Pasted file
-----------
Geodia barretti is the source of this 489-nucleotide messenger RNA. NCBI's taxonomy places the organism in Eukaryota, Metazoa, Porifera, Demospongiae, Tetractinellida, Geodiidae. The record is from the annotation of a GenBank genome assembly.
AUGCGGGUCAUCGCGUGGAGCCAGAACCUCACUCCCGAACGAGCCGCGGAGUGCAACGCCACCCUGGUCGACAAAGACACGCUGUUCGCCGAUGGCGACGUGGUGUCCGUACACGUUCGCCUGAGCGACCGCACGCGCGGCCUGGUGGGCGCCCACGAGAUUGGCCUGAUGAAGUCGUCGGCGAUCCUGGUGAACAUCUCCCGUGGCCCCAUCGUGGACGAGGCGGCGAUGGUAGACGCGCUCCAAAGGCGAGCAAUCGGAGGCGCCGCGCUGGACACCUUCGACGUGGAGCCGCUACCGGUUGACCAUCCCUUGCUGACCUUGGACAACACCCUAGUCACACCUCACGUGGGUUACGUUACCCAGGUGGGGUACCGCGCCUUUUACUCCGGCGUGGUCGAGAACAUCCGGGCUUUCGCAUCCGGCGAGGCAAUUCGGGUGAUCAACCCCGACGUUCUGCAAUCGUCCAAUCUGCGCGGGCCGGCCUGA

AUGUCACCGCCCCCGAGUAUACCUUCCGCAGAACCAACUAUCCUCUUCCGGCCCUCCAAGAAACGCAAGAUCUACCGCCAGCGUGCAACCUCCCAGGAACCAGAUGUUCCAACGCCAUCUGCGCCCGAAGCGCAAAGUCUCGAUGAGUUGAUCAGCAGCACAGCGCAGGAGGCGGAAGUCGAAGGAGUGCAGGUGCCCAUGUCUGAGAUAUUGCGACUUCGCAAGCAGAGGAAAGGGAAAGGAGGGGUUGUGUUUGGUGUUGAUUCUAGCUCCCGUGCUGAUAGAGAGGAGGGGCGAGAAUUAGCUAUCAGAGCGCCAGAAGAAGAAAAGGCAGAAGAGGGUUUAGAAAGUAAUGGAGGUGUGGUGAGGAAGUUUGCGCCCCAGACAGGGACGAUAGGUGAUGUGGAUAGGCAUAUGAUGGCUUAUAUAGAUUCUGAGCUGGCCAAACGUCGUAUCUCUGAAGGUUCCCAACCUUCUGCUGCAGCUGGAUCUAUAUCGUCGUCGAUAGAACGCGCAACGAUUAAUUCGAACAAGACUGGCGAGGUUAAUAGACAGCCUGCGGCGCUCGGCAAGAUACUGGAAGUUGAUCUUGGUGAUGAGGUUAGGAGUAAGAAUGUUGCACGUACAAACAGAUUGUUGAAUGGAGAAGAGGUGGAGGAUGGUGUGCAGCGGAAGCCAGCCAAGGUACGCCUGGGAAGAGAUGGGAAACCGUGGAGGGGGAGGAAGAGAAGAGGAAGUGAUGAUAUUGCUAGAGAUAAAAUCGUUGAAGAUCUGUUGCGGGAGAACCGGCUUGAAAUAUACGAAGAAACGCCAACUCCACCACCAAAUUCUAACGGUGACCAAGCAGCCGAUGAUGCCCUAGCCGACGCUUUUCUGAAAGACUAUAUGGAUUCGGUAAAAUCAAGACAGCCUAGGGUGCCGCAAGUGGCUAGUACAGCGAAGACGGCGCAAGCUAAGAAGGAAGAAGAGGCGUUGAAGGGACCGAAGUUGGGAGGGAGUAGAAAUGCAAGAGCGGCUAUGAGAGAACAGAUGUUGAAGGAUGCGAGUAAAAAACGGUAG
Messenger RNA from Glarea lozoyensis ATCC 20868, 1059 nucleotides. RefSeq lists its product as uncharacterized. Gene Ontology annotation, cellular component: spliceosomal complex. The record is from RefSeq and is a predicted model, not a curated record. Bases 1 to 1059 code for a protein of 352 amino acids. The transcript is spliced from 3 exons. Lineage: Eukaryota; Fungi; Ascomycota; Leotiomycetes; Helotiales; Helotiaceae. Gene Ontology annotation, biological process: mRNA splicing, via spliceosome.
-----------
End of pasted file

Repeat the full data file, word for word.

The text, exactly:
Geodia barretti is the source of this 489-nucleotide messenger RNA. NCBI's taxonomy places the organism in Eukaryota, Metazoa, Porifera, Demospongiae, Tetractinellida, Geodiidae. The record is from the annotation of a GenBank genome assembly.
AUGCGGGUCAUCGCGUGGAGCCAGAACCUCACUCCCGAACGAGCCGCGGAGUGCAACGCCACCCUGGUCGACAAAGACACGCUGUUCGCCGAUGGCGACGUGGUGUCCGUACACGUUCGCCUGAGCGACCGCACGCGCGGCCUGGUGGGCGCCCACGAGAUUGGCCUGAUGAAGUCGUCGGCGAUCCUGGUGAACAUCUCCCGUGGCCCCAUCGUGGACGAGGCGGCGAUGGUAGACGCGCUCCAAAGGCGAGCAAUCGGAGGCGCCGCGCUGGACACCUUCGACGUGGAGCCGCUACCGGUUGACCAUCCCUUGCUGACCUUGGACAACACCCUAGUCACACCUCACGUGGGUUACGUUACCCAGGUGGGGUACCGCGCCUUUUACUCCGGCGUGGUCGAGAACAUCCGGGCUUUCGCAUCCGGCGAGGCAAUUCGGGUGAUCAACCCCGACGUUCUGCAAUCGUCCAAUCUGCGCGGGCCGGCCUGA

AUGUCACCGCCCCCGAGUAUACCUUCCGCAGAACCAACUAUCCUCUUCCGGCCCUCCAAGAAACGCAAGAUCUACCGCCAGCGUGCAACCUCCCAGGAACCAGAUGUUCCAACGCCAUCUGCGCCCGAAGCGCAAAGUCUCGAUGAGUUGAUCAGCAGCACAGCGCAGGAGGCGGAAGUCGAAGGAGUGCAGGUGCCCAUGUCUGAGAUAUUGCGACUUCGCAAGCAGAGGAAAGGGAAAGGAGGGGUUGUGUUUGGUGUUGAUUCUAGCUCCCGUGCUGAUAGAGAGGAGGGGCGAGAAUUAGCUAUCAGAGCGCCAGAAGAAGAAAAGGCAGAAGAGGGUUUAGAAAGUAAUGGAGGUGUGGUGAGGAAGUUUGCGCCCCAGACAGGGACGAUAGGUGAUGUGGAUAGGCAUAUGAUGGCUUAUAUAGAUUCUGAGCUGGCCAAACGUCGUAUCUCUGAAGGUUCCCAACCUUCUGCUGCAGCUGGAUCUAUAUCGUCGUCGAUAGAACGCGCAACGAUUAAUUCGAACAAGACUGGCGAGGUUAAUAGACAGCCUGCGGCGCUCGGCAAGAUACUGGAAGUUGAUCUUGGUGAUGAGGUUAGGAGUAAGAAUGUUGCACGUACAAACAGAUUGUUGAAUGGAGAAGAGGUGGAGGAUGGUGUGCAGCGGAAGCCAGCCAAGGUACGCCUGGGAAGAGAUGGGAAACCGUGGAGGGGGAGGAAGAGAAGAGGAAGUGAUGAUAUUGCUAGAGAUAAAAUCGUUGAAGAUCUGUUGCGGGAGAACCGGCUUGAAAUAUACGAAGAAACGCCAACUCCACCACCAAAUUCUAACGGUGACCAAGCAGCCGAUGAUGCCCUAGCCGACGCUUUUCUGAAAGACUAUAUGGAUUCGGUAAAAUCAAGACAGCCUAGGGUGCCGCAAGUGGCUAGUACAGCGAAGACGGCGCAAGCUAAGAAGGAAGAAGAGGCGUUGAAGGGACCGAAGUUGGGAGGGAGUAGAAAUGCAAGAGCGGCUAUGAGAGAACAGAUGUUGAAGGAUGCGAGUAAAAAACGGUAG
Messenger RNA from Glarea lozoyensis ATCC 20868, 1059 nucleotides. RefSeq lists its product as uncharacterized. Gene Ontology annotation, cellular component: spliceosomal complex. The record is from RefSeq and is a predicted model, not a curated record. Bases 1 to 1059 code for a protein of 352 amino acids. The transcript is spliced from 3 exons. Lineage: Eukaryota; Fungi; Ascomycota; Leotiomycetes; Helotiales; Helotiaceae. Gene Ontology annotation, biological process: mRNA splicing, via spliceosome.